When a terrorist struck Nice, France, on July 14, a new French government app designed to alert people failed. Three hours passed before SAIP, as the app is called, warned people in and around Nice to the danger on the city’s waterfront during Bastille Day festivities.
This aspect of the tragedy highlights an emerging element of disaster preparation and response: the potential for smartphone apps, social media sites and information technology more broadly to assist both emergency responders and the public at large in figuring out what is happening and what to do about it.
A group I am in, with researchers from varied disaster-response backgrounds (including military, urban, wilderness and hospital service), has surveyed what’s already available on the market and found smartphone apps that can help providers and the public alike. Some help medical professionals deal with ordinary day-to-day work, viewing guidelines and medication databases, performing calculations, remotely monitoring patients’ vital signs and displaying radiology images. Others can help responders deal with chemical, biological, radioactive, nuclear and explosive disasters, which is useful for members of FEMA teams like the one I’m on. Apps for the public help them prepare for disasters, notify them of imminent problems, reconnect them with family members, and even help keep track of pets during emergencies.
(TNS) - Richwood, W. Va., residents still digging out from a late June flood are finding more problems to deal with.
Mayor Bob Henry Baber said one of the newest problems are dirt, mud, sand and large rocks that are clogging the town's storm drains.
“The Jet Truck can’t break up what’s inside those drains,” Bob Henry Baber said. “The drain that’s on Oakford Avenue has a creek coming out. That caused two more houses to receive flooded basements.”
While that’s causing a headache, an even bigger problem is bubbling under the river.
(TNS) - Weather forecasters have predicted the Atlantic Ocean could be in for more hurricanes this season, but local emergency officials say it only takes one storm to cause devastation and to test the strength of a community’s preparedness.
Horry County, S.C., Emergency Management Director Randy Webster urged a crowd gathered for hurricane preparedness tips at the Base Recreation Center Wednesday night to leave before disaster strikes.
On July 1, The Weather Channel reported that a forecast from Colorado State University predicted a total of 15 named storms for the Atlantic this season with six hurricanes, two of them considered major as a Category 3 or higher.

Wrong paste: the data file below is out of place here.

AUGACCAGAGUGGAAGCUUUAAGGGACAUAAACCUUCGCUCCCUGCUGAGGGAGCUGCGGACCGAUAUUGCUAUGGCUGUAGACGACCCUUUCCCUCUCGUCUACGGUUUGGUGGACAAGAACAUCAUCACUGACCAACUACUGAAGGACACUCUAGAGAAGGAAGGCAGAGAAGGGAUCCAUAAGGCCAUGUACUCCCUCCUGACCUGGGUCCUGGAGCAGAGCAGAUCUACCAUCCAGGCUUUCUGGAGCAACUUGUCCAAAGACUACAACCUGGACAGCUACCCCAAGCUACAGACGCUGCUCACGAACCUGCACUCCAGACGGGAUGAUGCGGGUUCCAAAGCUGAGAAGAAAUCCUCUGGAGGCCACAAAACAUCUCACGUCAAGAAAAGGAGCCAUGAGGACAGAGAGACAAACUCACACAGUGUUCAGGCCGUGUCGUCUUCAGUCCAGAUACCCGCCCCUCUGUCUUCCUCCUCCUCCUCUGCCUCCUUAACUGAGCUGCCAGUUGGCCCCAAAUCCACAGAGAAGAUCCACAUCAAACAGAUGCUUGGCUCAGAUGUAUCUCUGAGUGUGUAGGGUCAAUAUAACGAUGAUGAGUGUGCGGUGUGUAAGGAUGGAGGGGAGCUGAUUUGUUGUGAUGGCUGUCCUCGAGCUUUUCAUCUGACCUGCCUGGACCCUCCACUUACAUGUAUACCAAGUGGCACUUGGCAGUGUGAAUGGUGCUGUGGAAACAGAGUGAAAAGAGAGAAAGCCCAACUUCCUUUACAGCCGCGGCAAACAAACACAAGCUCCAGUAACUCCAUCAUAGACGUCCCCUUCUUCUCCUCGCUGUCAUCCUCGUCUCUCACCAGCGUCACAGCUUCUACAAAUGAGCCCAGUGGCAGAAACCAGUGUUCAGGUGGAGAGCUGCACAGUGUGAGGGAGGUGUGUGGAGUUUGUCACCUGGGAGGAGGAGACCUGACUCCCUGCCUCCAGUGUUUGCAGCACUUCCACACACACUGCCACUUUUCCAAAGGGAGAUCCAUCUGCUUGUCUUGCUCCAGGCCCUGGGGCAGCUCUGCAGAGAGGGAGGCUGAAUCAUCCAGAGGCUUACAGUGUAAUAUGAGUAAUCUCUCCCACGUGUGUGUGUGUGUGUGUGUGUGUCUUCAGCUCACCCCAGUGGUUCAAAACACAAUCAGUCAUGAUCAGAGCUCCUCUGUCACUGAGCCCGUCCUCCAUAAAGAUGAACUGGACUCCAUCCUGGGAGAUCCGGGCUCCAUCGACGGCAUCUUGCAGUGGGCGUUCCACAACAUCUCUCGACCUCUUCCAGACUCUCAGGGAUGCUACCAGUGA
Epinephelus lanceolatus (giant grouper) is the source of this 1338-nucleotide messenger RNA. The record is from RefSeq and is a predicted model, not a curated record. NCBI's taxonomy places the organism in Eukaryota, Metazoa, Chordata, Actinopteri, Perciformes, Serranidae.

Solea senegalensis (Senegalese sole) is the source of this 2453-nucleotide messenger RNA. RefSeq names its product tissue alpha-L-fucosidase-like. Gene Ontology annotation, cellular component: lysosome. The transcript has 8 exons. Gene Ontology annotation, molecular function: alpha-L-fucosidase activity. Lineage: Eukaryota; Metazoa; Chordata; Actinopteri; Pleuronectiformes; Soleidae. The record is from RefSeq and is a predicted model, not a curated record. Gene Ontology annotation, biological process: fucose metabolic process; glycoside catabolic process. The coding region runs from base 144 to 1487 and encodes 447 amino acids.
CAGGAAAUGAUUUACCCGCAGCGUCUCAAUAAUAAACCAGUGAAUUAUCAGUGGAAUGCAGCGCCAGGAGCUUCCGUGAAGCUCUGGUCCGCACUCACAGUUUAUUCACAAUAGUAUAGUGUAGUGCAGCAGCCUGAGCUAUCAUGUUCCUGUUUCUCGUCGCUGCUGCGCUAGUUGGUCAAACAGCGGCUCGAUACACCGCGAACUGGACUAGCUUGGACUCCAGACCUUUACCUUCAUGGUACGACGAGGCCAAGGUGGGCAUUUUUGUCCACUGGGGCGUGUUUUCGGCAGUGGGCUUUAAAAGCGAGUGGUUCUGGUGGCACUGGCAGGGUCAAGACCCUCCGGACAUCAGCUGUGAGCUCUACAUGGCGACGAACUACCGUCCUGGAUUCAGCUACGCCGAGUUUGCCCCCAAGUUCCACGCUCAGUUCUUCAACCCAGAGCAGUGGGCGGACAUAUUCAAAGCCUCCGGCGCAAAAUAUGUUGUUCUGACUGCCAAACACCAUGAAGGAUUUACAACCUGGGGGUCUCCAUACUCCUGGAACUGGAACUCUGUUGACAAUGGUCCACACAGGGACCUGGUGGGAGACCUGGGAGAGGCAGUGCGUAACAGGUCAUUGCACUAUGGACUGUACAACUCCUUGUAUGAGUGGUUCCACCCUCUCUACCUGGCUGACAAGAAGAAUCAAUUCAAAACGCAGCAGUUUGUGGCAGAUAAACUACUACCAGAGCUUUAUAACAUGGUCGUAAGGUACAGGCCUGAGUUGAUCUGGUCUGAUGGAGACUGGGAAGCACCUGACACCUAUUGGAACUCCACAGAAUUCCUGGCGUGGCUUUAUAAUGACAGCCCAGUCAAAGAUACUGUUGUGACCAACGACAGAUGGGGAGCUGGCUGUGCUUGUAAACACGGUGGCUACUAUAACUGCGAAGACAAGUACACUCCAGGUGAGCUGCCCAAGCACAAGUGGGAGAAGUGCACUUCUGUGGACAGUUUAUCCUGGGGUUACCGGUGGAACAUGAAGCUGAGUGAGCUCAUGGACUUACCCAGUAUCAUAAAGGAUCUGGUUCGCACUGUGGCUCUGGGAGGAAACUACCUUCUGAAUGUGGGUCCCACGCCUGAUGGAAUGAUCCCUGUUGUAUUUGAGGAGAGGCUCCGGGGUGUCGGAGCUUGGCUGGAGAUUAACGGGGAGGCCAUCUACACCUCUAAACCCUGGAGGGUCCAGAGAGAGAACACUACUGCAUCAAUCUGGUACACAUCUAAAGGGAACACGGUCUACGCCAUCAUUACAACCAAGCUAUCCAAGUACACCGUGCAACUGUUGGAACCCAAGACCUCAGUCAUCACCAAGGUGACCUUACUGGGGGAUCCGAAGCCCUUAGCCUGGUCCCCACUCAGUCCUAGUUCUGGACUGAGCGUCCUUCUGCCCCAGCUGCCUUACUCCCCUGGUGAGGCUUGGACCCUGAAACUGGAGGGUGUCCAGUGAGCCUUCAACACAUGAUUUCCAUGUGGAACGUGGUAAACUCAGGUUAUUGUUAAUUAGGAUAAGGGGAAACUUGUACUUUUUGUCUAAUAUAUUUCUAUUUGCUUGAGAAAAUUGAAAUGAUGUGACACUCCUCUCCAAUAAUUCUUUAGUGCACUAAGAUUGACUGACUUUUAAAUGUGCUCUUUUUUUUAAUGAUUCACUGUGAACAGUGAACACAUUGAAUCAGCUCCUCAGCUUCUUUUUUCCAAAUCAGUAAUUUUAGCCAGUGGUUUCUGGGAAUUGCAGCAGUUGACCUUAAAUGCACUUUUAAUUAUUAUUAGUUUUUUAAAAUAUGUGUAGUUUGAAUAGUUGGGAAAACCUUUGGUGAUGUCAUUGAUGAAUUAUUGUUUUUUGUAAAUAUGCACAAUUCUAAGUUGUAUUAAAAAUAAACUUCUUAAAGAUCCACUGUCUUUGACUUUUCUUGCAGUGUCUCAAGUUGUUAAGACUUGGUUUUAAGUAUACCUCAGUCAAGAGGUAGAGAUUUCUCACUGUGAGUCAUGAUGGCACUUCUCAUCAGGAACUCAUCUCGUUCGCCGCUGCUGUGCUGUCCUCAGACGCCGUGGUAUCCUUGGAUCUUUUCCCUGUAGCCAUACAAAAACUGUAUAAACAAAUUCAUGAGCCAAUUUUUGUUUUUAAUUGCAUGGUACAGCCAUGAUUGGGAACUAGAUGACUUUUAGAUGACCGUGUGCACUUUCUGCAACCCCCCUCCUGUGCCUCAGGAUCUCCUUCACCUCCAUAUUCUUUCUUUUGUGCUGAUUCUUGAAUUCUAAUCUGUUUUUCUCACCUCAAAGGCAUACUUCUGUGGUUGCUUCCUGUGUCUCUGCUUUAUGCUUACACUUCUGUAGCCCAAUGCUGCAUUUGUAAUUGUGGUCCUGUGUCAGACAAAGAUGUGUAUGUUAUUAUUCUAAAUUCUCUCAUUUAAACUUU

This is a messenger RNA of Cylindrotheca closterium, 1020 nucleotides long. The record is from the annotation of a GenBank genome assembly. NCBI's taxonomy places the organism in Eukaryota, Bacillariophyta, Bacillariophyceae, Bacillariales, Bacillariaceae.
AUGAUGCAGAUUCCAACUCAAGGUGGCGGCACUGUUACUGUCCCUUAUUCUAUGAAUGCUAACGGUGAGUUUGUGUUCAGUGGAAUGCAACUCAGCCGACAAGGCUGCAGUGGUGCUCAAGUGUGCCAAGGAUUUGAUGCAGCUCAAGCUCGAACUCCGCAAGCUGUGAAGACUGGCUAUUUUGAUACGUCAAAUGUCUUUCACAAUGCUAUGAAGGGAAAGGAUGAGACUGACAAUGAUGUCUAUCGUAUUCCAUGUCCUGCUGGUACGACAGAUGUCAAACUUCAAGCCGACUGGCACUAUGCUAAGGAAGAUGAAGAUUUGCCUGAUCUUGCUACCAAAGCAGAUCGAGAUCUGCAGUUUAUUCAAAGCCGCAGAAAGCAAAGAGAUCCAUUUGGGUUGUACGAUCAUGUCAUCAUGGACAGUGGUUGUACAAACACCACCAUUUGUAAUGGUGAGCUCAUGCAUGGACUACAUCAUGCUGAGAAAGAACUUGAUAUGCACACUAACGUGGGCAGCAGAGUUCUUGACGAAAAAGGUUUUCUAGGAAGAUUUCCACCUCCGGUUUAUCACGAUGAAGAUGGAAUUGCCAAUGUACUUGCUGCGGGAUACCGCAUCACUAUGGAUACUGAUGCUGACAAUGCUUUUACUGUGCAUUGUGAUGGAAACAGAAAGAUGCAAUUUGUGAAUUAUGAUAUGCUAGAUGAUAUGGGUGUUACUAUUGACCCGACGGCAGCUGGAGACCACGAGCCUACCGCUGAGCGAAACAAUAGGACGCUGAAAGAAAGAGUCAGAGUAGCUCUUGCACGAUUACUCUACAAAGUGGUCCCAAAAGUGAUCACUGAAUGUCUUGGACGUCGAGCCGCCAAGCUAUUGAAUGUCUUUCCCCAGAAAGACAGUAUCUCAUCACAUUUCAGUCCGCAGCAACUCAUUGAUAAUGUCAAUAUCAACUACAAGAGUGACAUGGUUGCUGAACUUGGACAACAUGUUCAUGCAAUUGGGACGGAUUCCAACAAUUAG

While strong winds and heavy rain are two of the dangers that first come to mind when thoughts turn to the imminent hurricane season, a byproduct of the two can lead to an equally if not more destructive weather phenomenon: storm surge. Let’s take a closer look at this significant hazard to life and property, along with highlighting a new interactive tool from the National Hurricane Center (NHC) aimed at predicting storm surge and fostering critical preparedness.
The 411 on Storm Surge
The National Oceanic and Atmospheric Administration (NOAA) defines storm surge as “an abnormal rise of water generated by a storm, over and above the predicted astronomical tide.” In some cases, storm surge can span hundreds and miles of coastline and reach heights of more than 20 feet!
Storm surge, along with the battering waves which accompany it, can result in catastrophic damage to buildings, roads, bridges, and the environment, as well as loss of life. In fact, storm surge directly causes approximately half of all deaths associated with large storms, according to the National Hurricane Center (NHC).
Whether you’re just starting your company or you’ve established yourself in an industry, a cybersecurity mistake can wipe out all your progress and growth.
“Businesses do not realize the level of sophistication that hackrs bring to the table,” said Matt Johnson, chief executive officer at Phalanx Secure Solutions. “When you are attempting to secure your business, you have to be right 100 percent of the time. The hacker only has to be right once. Companies who get hacked often wind up going out of business, being unable to shoulder the burden of cleaning up.”
And threats and breaches are becoming epidemic.